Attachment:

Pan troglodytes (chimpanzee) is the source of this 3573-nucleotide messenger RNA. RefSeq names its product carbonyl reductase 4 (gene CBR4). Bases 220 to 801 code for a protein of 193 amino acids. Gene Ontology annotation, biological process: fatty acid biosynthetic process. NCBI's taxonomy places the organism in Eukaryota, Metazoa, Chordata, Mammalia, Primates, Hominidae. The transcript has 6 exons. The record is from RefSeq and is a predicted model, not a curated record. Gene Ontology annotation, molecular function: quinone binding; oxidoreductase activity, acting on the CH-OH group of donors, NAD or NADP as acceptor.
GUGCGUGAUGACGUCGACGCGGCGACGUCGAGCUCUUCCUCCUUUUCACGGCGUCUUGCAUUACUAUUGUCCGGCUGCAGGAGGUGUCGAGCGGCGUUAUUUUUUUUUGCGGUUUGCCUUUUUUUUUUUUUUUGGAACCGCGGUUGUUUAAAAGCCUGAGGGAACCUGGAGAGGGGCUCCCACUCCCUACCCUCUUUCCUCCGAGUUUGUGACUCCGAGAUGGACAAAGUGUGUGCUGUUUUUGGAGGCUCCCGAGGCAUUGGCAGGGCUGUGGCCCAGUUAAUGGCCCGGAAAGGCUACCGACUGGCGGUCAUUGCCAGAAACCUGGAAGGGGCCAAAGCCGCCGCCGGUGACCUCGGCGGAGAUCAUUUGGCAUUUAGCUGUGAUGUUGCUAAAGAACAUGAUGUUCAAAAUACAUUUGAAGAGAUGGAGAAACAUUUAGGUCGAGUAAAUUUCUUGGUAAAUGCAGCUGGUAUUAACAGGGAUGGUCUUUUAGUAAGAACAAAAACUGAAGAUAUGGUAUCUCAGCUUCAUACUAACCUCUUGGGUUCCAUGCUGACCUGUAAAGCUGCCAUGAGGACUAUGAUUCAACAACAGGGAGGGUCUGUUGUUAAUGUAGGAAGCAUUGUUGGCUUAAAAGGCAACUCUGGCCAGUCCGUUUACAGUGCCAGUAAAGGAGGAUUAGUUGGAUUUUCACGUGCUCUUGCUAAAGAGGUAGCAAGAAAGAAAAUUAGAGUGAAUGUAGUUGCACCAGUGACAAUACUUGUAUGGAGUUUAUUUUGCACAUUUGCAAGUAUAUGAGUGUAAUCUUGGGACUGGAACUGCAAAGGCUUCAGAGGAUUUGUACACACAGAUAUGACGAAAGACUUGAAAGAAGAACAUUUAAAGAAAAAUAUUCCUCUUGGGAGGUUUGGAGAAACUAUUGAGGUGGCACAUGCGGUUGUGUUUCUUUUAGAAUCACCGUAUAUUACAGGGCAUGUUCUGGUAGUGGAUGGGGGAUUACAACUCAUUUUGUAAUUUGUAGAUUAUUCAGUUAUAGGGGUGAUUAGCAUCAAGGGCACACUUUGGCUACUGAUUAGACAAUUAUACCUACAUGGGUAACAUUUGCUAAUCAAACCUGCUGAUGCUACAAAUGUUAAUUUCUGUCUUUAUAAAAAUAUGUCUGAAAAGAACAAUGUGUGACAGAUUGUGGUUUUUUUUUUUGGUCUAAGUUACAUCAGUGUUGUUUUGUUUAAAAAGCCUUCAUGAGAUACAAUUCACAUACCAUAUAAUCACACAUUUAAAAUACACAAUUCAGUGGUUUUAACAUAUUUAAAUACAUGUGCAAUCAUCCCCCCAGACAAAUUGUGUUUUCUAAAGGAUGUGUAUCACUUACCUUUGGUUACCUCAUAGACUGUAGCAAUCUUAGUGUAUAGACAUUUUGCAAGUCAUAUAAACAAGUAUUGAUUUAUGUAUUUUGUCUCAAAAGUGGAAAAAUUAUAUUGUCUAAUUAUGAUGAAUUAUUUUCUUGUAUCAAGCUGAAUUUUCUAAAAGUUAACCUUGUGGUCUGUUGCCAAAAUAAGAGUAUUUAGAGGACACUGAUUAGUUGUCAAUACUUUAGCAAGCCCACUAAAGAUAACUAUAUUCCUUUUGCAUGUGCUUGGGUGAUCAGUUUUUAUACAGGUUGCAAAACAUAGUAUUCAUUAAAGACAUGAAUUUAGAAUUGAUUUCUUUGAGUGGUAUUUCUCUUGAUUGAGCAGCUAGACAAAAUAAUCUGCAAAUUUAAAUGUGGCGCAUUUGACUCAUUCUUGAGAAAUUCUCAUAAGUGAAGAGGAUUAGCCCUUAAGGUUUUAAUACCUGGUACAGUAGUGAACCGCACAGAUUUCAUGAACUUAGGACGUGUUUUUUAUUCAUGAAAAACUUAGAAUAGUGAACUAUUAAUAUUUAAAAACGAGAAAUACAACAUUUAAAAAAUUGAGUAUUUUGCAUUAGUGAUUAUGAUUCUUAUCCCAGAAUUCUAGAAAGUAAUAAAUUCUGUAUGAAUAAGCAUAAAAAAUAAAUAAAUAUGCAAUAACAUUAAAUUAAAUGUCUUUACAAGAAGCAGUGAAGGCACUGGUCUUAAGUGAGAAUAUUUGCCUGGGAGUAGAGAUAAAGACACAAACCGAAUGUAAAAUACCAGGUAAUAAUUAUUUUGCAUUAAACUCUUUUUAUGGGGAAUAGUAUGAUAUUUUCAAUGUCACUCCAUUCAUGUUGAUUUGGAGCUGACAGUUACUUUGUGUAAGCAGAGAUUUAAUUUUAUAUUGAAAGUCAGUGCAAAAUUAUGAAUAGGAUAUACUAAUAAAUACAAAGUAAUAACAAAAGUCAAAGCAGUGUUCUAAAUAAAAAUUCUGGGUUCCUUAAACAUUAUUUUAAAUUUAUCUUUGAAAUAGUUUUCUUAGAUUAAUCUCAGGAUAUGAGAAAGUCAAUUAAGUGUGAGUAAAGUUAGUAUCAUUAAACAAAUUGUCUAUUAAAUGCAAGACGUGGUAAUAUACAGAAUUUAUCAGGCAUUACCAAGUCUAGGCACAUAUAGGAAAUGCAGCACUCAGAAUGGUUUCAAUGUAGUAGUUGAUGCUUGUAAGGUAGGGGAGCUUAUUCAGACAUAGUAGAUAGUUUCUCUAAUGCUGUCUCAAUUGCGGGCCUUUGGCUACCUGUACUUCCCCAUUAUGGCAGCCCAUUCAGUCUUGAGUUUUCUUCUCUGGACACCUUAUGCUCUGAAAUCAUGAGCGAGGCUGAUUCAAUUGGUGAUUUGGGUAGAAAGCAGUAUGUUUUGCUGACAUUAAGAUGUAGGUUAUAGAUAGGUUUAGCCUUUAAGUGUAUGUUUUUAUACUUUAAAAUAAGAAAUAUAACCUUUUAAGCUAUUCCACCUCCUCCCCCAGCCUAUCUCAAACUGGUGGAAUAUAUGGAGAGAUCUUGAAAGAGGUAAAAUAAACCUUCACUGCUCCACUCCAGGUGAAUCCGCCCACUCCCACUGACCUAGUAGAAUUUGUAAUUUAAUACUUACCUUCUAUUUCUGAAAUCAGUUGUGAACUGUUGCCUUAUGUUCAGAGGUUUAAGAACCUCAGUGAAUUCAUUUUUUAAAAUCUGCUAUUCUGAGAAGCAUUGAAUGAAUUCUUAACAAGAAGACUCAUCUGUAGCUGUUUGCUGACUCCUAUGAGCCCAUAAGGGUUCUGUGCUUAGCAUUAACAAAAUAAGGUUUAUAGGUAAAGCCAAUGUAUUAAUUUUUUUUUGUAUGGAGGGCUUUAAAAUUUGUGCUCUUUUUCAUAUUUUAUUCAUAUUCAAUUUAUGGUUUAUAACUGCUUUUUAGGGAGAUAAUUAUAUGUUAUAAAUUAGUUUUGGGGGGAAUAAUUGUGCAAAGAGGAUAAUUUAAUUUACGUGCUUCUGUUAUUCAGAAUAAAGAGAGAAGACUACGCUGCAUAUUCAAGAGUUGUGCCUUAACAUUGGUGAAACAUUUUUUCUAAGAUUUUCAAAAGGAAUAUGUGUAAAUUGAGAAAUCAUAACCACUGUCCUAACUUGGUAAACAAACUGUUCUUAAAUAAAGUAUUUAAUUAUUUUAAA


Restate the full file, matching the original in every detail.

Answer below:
Pan troglodytes (chimpanzee) is the source of this 3573-nucleotide messenger RNA. RefSeq names its product carbonyl reductase 4 (gene CBR4). Bases 220 to 801 code for a protein of 193 amino acids. Gene Ontology annotation, biological process: fatty acid biosynthetic process. NCBI's taxonomy places the organism in Eukaryota, Metazoa, Chordata, Mammalia, Primates, Hominidae. The transcript has 6 exons. The record is from RefSeq and is a predicted model, not a curated record. Gene Ontology annotation, molecular function: quinone binding; oxidoreductase activity, acting on the CH-OH group of donors, NAD or NADP as acceptor.
GUGCGUGAUGACGUCGACGCGGCGACGUCGAGCUCUUCCUCCUUUUCACGGCGUCUUGCAUUACUAUUGUCCGGCUGCAGGAGGUGUCGAGCGGCGUUAUUUUUUUUUGCGGUUUGCCUUUUUUUUUUUUUUUGGAACCGCGGUUGUUUAAAAGCCUGAGGGAACCUGGAGAGGGGCUCCCACUCCCUACCCUCUUUCCUCCGAGUUUGUGACUCCGAGAUGGACAAAGUGUGUGCUGUUUUUGGAGGCUCCCGAGGCAUUGGCAGGGCUGUGGCCCAGUUAAUGGCCCGGAAAGGCUACCGACUGGCGGUCAUUGCCAGAAACCUGGAAGGGGCCAAAGCCGCCGCCGGUGACCUCGGCGGAGAUCAUUUGGCAUUUAGCUGUGAUGUUGCUAAAGAACAUGAUGUUCAAAAUACAUUUGAAGAGAUGGAGAAACAUUUAGGUCGAGUAAAUUUCUUGGUAAAUGCAGCUGGUAUUAACAGGGAUGGUCUUUUAGUAAGAACAAAAACUGAAGAUAUGGUAUCUCAGCUUCAUACUAACCUCUUGGGUUCCAUGCUGACCUGUAAAGCUGCCAUGAGGACUAUGAUUCAACAACAGGGAGGGUCUGUUGUUAAUGUAGGAAGCAUUGUUGGCUUAAAAGGCAACUCUGGCCAGUCCGUUUACAGUGCCAGUAAAGGAGGAUUAGUUGGAUUUUCACGUGCUCUUGCUAAAGAGGUAGCAAGAAAGAAAAUUAGAGUGAAUGUAGUUGCACCAGUGACAAUACUUGUAUGGAGUUUAUUUUGCACAUUUGCAAGUAUAUGAGUGUAAUCUUGGGACUGGAACUGCAAAGGCUUCAGAGGAUUUGUACACACAGAUAUGACGAAAGACUUGAAAGAAGAACAUUUAAAGAAAAAUAUUCCUCUUGGGAGGUUUGGAGAAACUAUUGAGGUGGCACAUGCGGUUGUGUUUCUUUUAGAAUCACCGUAUAUUACAGGGCAUGUUCUGGUAGUGGAUGGGGGAUUACAACUCAUUUUGUAAUUUGUAGAUUAUUCAGUUAUAGGGGUGAUUAGCAUCAAGGGCACACUUUGGCUACUGAUUAGACAAUUAUACCUACAUGGGUAACAUUUGCUAAUCAAACCUGCUGAUGCUACAAAUGUUAAUUUCUGUCUUUAUAAAAAUAUGUCUGAAAAGAACAAUGUGUGACAGAUUGUGGUUUUUUUUUUUGGUCUAAGUUACAUCAGUGUUGUUUUGUUUAAAAAGCCUUCAUGAGAUACAAUUCACAUACCAUAUAAUCACACAUUUAAAAUACACAAUUCAGUGGUUUUAACAUAUUUAAAUACAUGUGCAAUCAUCCCCCCAGACAAAUUGUGUUUUCUAAAGGAUGUGUAUCACUUACCUUUGGUUACCUCAUAGACUGUAGCAAUCUUAGUGUAUAGACAUUUUGCAAGUCAUAUAAACAAGUAUUGAUUUAUGUAUUUUGUCUCAAAAGUGGAAAAAUUAUAUUGUCUAAUUAUGAUGAAUUAUUUUCUUGUAUCAAGCUGAAUUUUCUAAAAGUUAACCUUGUGGUCUGUUGCCAAAAUAAGAGUAUUUAGAGGACACUGAUUAGUUGUCAAUACUUUAGCAAGCCCACUAAAGAUAACUAUAUUCCUUUUGCAUGUGCUUGGGUGAUCAGUUUUUAUACAGGUUGCAAAACAUAGUAUUCAUUAAAGACAUGAAUUUAGAAUUGAUUUCUUUGAGUGGUAUUUCUCUUGAUUGAGCAGCUAGACAAAAUAAUCUGCAAAUUUAAAUGUGGCGCAUUUGACUCAUUCUUGAGAAAUUCUCAUAAGUGAAGAGGAUUAGCCCUUAAGGUUUUAAUACCUGGUACAGUAGUGAACCGCACAGAUUUCAUGAACUUAGGACGUGUUUUUUAUUCAUGAAAAACUUAGAAUAGUGAACUAUUAAUAUUUAAAAACGAGAAAUACAACAUUUAAAAAAUUGAGUAUUUUGCAUUAGUGAUUAUGAUUCUUAUCCCAGAAUUCUAGAAAGUAAUAAAUUCUGUAUGAAUAAGCAUAAAAAAUAAAUAAAUAUGCAAUAACAUUAAAUUAAAUGUCUUUACAAGAAGCAGUGAAGGCACUGGUCUUAAGUGAGAAUAUUUGCCUGGGAGUAGAGAUAAAGACACAAACCGAAUGUAAAAUACCAGGUAAUAAUUAUUUUGCAUUAAACUCUUUUUAUGGGGAAUAGUAUGAUAUUUUCAAUGUCACUCCAUUCAUGUUGAUUUGGAGCUGACAGUUACUUUGUGUAAGCAGAGAUUUAAUUUUAUAUUGAAAGUCAGUGCAAAAUUAUGAAUAGGAUAUACUAAUAAAUACAAAGUAAUAACAAAAGUCAAAGCAGUGUUCUAAAUAAAAAUUCUGGGUUCCUUAAACAUUAUUUUAAAUUUAUCUUUGAAAUAGUUUUCUUAGAUUAAUCUCAGGAUAUGAGAAAGUCAAUUAAGUGUGAGUAAAGUUAGUAUCAUUAAACAAAUUGUCUAUUAAAUGCAAGACGUGGUAAUAUACAGAAUUUAUCAGGCAUUACCAAGUCUAGGCACAUAUAGGAAAUGCAGCACUCAGAAUGGUUUCAAUGUAGUAGUUGAUGCUUGUAAGGUAGGGGAGCUUAUUCAGACAUAGUAGAUAGUUUCUCUAAUGCUGUCUCAAUUGCGGGCCUUUGGCUACCUGUACUUCCCCAUUAUGGCAGCCCAUUCAGUCUUGAGUUUUCUUCUCUGGACACCUUAUGCUCUGAAAUCAUGAGCGAGGCUGAUUCAAUUGGUGAUUUGGGUAGAAAGCAGUAUGUUUUGCUGACAUUAAGAUGUAGGUUAUAGAUAGGUUUAGCCUUUAAGUGUAUGUUUUUAUACUUUAAAAUAAGAAAUAUAACCUUUUAAGCUAUUCCACCUCCUCCCCCAGCCUAUCUCAAACUGGUGGAAUAUAUGGAGAGAUCUUGAAAGAGGUAAAAUAAACCUUCACUGCUCCACUCCAGGUGAAUCCGCCCACUCCCACUGACCUAGUAGAAUUUGUAAUUUAAUACUUACCUUCUAUUUCUGAAAUCAGUUGUGAACUGUUGCCUUAUGUUCAGAGGUUUAAGAACCUCAGUGAAUUCAUUUUUUAAAAUCUGCUAUUCUGAGAAGCAUUGAAUGAAUUCUUAACAAGAAGACUCAUCUGUAGCUGUUUGCUGACUCCUAUGAGCCCAUAAGGGUUCUGUGCUUAGCAUUAACAAAAUAAGGUUUAUAGGUAAAGCCAAUGUAUUAAUUUUUUUUUGUAUGGAGGGCUUUAAAAUUUGUGCUCUUUUUCAUAUUUUAUUCAUAUUCAAUUUAUGGUUUAUAACUGCUUUUUAGGGAGAUAAUUAUAUGUUAUAAAUUAGUUUUGGGGGGAAUAAUUGUGCAAAGAGGAUAAUUUAAUUUACGUGCUUCUGUUAUUCAGAAUAAAGAGAGAAGACUACGCUGCAUAUUCAAGAGUUGUGCCUUAACAUUGGUGAAACAUUUUUUCUAAGAUUUUCAAAAGGAAUAUGUGUAAAUUGAGAAAUCAUAACCACUGUCCUAACUUGGUAAACAAACUGUUCUUAAAUAAAGUAUUUAAUUAUUUUAAA